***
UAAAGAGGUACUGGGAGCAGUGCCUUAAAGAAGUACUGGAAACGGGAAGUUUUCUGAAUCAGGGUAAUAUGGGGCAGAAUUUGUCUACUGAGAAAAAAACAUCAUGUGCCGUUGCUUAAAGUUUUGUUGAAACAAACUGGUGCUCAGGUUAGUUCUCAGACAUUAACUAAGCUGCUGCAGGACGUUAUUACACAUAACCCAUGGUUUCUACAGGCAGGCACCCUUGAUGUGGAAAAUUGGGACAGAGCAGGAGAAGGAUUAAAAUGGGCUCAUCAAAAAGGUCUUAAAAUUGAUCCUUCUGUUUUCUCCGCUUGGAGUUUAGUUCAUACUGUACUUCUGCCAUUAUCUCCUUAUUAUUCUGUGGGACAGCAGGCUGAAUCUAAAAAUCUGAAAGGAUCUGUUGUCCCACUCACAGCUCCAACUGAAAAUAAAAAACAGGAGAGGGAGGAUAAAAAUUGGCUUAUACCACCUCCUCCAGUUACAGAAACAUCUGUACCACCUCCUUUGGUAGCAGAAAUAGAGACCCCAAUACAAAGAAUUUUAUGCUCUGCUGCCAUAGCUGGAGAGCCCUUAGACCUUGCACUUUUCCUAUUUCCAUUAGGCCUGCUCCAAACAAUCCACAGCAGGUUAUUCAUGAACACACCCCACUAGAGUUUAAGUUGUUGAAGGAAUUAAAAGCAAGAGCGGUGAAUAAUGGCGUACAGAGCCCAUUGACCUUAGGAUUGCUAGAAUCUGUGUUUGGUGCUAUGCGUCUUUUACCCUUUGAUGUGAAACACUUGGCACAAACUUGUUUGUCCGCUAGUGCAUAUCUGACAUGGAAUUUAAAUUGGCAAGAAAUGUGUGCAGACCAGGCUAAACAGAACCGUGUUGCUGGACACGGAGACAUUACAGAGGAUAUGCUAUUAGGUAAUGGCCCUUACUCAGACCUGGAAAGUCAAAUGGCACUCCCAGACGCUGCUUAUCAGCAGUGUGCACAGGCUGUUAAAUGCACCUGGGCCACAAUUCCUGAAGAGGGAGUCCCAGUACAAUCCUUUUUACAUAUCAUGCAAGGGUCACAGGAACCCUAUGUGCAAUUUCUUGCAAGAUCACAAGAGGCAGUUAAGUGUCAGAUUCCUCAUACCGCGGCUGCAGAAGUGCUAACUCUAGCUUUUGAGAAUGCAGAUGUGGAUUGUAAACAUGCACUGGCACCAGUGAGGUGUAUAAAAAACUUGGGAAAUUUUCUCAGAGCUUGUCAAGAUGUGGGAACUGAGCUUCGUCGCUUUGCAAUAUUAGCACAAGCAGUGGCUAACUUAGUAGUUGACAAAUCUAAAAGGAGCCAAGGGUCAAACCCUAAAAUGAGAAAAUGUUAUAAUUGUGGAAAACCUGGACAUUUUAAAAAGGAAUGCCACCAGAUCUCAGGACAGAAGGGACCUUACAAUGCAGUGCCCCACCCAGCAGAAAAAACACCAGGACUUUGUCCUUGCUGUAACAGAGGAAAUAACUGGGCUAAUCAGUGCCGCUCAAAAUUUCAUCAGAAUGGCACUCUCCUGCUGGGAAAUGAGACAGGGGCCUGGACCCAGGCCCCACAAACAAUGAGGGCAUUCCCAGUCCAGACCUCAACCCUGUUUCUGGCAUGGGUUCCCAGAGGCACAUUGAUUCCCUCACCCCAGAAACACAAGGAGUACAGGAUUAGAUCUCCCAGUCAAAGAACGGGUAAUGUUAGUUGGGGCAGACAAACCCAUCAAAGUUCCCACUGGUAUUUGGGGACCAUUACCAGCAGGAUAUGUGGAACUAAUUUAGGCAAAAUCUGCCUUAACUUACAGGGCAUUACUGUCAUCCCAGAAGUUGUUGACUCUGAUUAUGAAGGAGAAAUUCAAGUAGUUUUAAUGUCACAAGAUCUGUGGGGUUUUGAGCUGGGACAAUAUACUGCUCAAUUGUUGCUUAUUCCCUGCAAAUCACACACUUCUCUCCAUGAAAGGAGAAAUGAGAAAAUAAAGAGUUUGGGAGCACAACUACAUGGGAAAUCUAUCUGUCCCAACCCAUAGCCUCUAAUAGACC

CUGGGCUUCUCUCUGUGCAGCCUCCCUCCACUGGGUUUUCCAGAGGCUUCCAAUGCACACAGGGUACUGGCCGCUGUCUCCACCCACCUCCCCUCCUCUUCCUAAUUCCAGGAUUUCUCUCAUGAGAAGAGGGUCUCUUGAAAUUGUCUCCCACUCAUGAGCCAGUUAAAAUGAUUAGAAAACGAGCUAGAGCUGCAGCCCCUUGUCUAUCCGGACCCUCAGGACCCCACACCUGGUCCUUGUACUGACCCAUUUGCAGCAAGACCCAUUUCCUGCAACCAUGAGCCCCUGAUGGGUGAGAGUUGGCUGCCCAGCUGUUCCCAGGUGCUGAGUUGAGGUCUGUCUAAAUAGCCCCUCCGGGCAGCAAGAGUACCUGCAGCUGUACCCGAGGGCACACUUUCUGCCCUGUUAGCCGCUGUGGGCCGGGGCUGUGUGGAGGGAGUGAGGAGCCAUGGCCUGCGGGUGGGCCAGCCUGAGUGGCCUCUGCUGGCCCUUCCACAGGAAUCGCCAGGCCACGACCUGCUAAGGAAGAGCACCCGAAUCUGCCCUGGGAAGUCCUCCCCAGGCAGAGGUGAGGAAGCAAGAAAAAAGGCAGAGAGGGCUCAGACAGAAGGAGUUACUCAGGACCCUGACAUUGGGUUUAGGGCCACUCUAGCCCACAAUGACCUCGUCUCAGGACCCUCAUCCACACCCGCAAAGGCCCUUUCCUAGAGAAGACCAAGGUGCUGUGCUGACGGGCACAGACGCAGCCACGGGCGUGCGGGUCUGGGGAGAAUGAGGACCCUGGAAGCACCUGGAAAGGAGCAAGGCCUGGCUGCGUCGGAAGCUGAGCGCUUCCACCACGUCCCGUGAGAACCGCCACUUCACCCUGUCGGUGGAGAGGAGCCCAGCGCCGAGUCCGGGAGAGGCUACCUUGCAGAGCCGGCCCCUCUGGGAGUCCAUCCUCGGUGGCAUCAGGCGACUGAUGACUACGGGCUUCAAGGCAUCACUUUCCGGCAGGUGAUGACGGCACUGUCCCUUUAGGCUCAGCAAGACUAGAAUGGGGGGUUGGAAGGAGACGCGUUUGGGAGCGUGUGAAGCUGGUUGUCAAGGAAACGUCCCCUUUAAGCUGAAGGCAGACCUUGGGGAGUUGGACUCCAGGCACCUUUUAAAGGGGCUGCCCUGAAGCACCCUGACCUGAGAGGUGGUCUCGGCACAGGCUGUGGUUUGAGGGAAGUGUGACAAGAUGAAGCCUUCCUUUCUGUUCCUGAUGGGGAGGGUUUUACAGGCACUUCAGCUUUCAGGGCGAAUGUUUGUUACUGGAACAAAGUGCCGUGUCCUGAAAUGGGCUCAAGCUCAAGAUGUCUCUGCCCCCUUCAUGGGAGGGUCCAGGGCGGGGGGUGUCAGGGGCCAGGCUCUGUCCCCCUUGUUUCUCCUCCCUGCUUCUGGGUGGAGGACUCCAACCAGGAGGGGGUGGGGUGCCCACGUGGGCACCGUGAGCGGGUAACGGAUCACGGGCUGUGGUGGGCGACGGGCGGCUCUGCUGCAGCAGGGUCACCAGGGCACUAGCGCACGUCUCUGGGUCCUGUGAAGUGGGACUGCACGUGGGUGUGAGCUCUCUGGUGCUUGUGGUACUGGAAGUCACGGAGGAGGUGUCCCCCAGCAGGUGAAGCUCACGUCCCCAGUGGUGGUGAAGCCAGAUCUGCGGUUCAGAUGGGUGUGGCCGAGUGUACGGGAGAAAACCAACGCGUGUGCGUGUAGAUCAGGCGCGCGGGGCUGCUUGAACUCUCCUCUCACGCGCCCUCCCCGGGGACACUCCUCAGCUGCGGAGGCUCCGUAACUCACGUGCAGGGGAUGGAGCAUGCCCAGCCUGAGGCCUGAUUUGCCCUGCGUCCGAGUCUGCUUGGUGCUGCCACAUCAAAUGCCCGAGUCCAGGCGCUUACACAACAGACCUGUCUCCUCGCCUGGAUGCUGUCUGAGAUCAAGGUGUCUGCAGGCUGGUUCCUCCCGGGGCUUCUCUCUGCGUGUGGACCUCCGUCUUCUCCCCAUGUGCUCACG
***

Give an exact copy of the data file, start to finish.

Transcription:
UAAAGAGGUACUGGGAGCAGUGCCUUAAAGAAGUACUGGAAACGGGAAGUUUUCUGAAUCAGGGUAAUAUGGGGCAGAAUUUGUCUACUGAGAAAAAAACAUCAUGUGCCGUUGCUUAAAGUUUUGUUGAAACAAACUGGUGCUCAGGUUAGUUCUCAGACAUUAACUAAGCUGCUGCAGGACGUUAUUACACAUAACCCAUGGUUUCUACAGGCAGGCACCCUUGAUGUGGAAAAUUGGGACAGAGCAGGAGAAGGAUUAAAAUGGGCUCAUCAAAAAGGUCUUAAAAUUGAUCCUUCUGUUUUCUCCGCUUGGAGUUUAGUUCAUACUGUACUUCUGCCAUUAUCUCCUUAUUAUUCUGUGGGACAGCAGGCUGAAUCUAAAAAUCUGAAAGGAUCUGUUGUCCCACUCACAGCUCCAACUGAAAAUAAAAAACAGGAGAGGGAGGAUAAAAAUUGGCUUAUACCACCUCCUCCAGUUACAGAAACAUCUGUACCACCUCCUUUGGUAGCAGAAAUAGAGACCCCAAUACAAAGAAUUUUAUGCUCUGCUGCCAUAGCUGGAGAGCCCUUAGACCUUGCACUUUUCCUAUUUCCAUUAGGCCUGCUCCAAACAAUCCACAGCAGGUUAUUCAUGAACACACCCCACUAGAGUUUAAGUUGUUGAAGGAAUUAAAAGCAAGAGCGGUGAAUAAUGGCGUACAGAGCCCAUUGACCUUAGGAUUGCUAGAAUCUGUGUUUGGUGCUAUGCGUCUUUUACCCUUUGAUGUGAAACACUUGGCACAAACUUGUUUGUCCGCUAGUGCAUAUCUGACAUGGAAUUUAAAUUGGCAAGAAAUGUGUGCAGACCAGGCUAAACAGAACCGUGUUGCUGGACACGGAGACAUUACAGAGGAUAUGCUAUUAGGUAAUGGCCCUUACUCAGACCUGGAAAGUCAAAUGGCACUCCCAGACGCUGCUUAUCAGCAGUGUGCACAGGCUGUUAAAUGCACCUGGGCCACAAUUCCUGAAGAGGGAGUCCCAGUACAAUCCUUUUUACAUAUCAUGCAAGGGUCACAGGAACCCUAUGUGCAAUUUCUUGCAAGAUCACAAGAGGCAGUUAAGUGUCAGAUUCCUCAUACCGCGGCUGCAGAAGUGCUAACUCUAGCUUUUGAGAAUGCAGAUGUGGAUUGUAAACAUGCACUGGCACCAGUGAGGUGUAUAAAAAACUUGGGAAAUUUUCUCAGAGCUUGUCAAGAUGUGGGAACUGAGCUUCGUCGCUUUGCAAUAUUAGCACAAGCAGUGGCUAACUUAGUAGUUGACAAAUCUAAAAGGAGCCAAGGGUCAAACCCUAAAAUGAGAAAAUGUUAUAAUUGUGGAAAACCUGGACAUUUUAAAAAGGAAUGCCACCAGAUCUCAGGACAGAAGGGACCUUACAAUGCAGUGCCCCACCCAGCAGAAAAAACACCAGGACUUUGUCCUUGCUGUAACAGAGGAAAUAACUGGGCUAAUCAGUGCCGCUCAAAAUUUCAUCAGAAUGGCACUCUCCUGCUGGGAAAUGAGACAGGGGCCUGGACCCAGGCCCCACAAACAAUGAGGGCAUUCCCAGUCCAGACCUCAACCCUGUUUCUGGCAUGGGUUCCCAGAGGCACAUUGAUUCCCUCACCCCAGAAACACAAGGAGUACAGGAUUAGAUCUCCCAGUCAAAGAACGGGUAAUGUUAGUUGGGGCAGACAAACCCAUCAAAGUUCCCACUGGUAUUUGGGGACCAUUACCAGCAGGAUAUGUGGAACUAAUUUAGGCAAAAUCUGCCUUAACUUACAGGGCAUUACUGUCAUCCCAGAAGUUGUUGACUCUGAUUAUGAAGGAGAAAUUCAAGUAGUUUUAAUGUCACAAGAUCUGUGGGGUUUUGAGCUGGGACAAUAUACUGCUCAAUUGUUGCUUAUUCCCUGCAAAUCACACACUUCUCUCCAUGAAAGGAGAAAUGAGAAAAUAAAGAGUUUGGGAGCACAACUACAUGGGAAAUCUAUCUGUCCCAACCCAUAGCCUCUAAUAGACC

CUGGGCUUCUCUCUGUGCAGCCUCCCUCCACUGGGUUUUCCAGAGGCUUCCAAUGCACACAGGGUACUGGCCGCUGUCUCCACCCACCUCCCCUCCUCUUCCUAAUUCCAGGAUUUCUCUCAUGAGAAGAGGGUCUCUUGAAAUUGUCUCCCACUCAUGAGCCAGUUAAAAUGAUUAGAAAACGAGCUAGAGCUGCAGCCCCUUGUCUAUCCGGACCCUCAGGACCCCACACCUGGUCCUUGUACUGACCCAUUUGCAGCAAGACCCAUUUCCUGCAACCAUGAGCCCCUGAUGGGUGAGAGUUGGCUGCCCAGCUGUUCCCAGGUGCUGAGUUGAGGUCUGUCUAAAUAGCCCCUCCGGGCAGCAAGAGUACCUGCAGCUGUACCCGAGGGCACACUUUCUGCCCUGUUAGCCGCUGUGGGCCGGGGCUGUGUGGAGGGAGUGAGGAGCCAUGGCCUGCGGGUGGGCCAGCCUGAGUGGCCUCUGCUGGCCCUUCCACAGGAAUCGCCAGGCCACGACCUGCUAAGGAAGAGCACCCGAAUCUGCCCUGGGAAGUCCUCCCCAGGCAGAGGUGAGGAAGCAAGAAAAAAGGCAGAGAGGGCUCAGACAGAAGGAGUUACUCAGGACCCUGACAUUGGGUUUAGGGCCACUCUAGCCCACAAUGACCUCGUCUCAGGACCCUCAUCCACACCCGCAAAGGCCCUUUCCUAGAGAAGACCAAGGUGCUGUGCUGACGGGCACAGACGCAGCCACGGGCGUGCGGGUCUGGGGAGAAUGAGGACCCUGGAAGCACCUGGAAAGGAGCAAGGCCUGGCUGCGUCGGAAGCUGAGCGCUUCCACCACGUCCCGUGAGAACCGCCACUUCACCCUGUCGGUGGAGAGGAGCCCAGCGCCGAGUCCGGGAGAGGCUACCUUGCAGAGCCGGCCCCUCUGGGAGUCCAUCCUCGGUGGCAUCAGGCGACUGAUGACUACGGGCUUCAAGGCAUCACUUUCCGGCAGGUGAUGACGGCACUGUCCCUUUAGGCUCAGCAAGACUAGAAUGGGGGGUUGGAAGGAGACGCGUUUGGGAGCGUGUGAAGCUGGUUGUCAAGGAAACGUCCCCUUUAAGCUGAAGGCAGACCUUGGGGAGUUGGACUCCAGGCACCUUUUAAAGGGGCUGCCCUGAAGCACCCUGACCUGAGAGGUGGUCUCGGCACAGGCUGUGGUUUGAGGGAAGUGUGACAAGAUGAAGCCUUCCUUUCUGUUCCUGAUGGGGAGGGUUUUACAGGCACUUCAGCUUUCAGGGCGAAUGUUUGUUACUGGAACAAAGUGCCGUGUCCUGAAAUGGGCUCAAGCUCAAGAUGUCUCUGCCCCCUUCAUGGGAGGGUCCAGGGCGGGGGGUGUCAGGGGCCAGGCUCUGUCCCCCUUGUUUCUCCUCCCUGCUUCUGGGUGGAGGACUCCAACCAGGAGGGGGUGGGGUGCCCACGUGGGCACCGUGAGCGGGUAACGGAUCACGGGCUGUGGUGGGCGACGGGCGGCUCUGCUGCAGCAGGGUCACCAGGGCACUAGCGCACGUCUCUGGGUCCUGUGAAGUGGGACUGCACGUGGGUGUGAGCUCUCUGGUGCUUGUGGUACUGGAAGUCACGGAGGAGGUGUCCCCCAGCAGGUGAAGCUCACGUCCCCAGUGGUGGUGAAGCCAGAUCUGCGGUUCAGAUGGGUGUGGCCGAGUGUACGGGAGAAAACCAACGCGUGUGCGUGUAGAUCAGGCGCGCGGGGCUGCUUGAACUCUCCUCUCACGCGCCCUCCCCGGGGACACUCCUCAGCUGCGGAGGCUCCGUAACUCACGUGCAGGGGAUGGAGCAUGCCCAGCCUGAGGCCUGAUUUGCCCUGCGUCCGAGUCUGCUUGGUGCUGCCACAUCAAAUGCCCGAGUCCAGGCGCUUACACAACAGACCUGUCUCCUCGCCUGGAUGCUGUCUGAGAUCAAGGUGUCUGCAGGCUGGUUCCUCCCGGGGCUUCUCUCUGCGUGUGGACCUCCGUCUUCUCCCCAUGUGCUCACG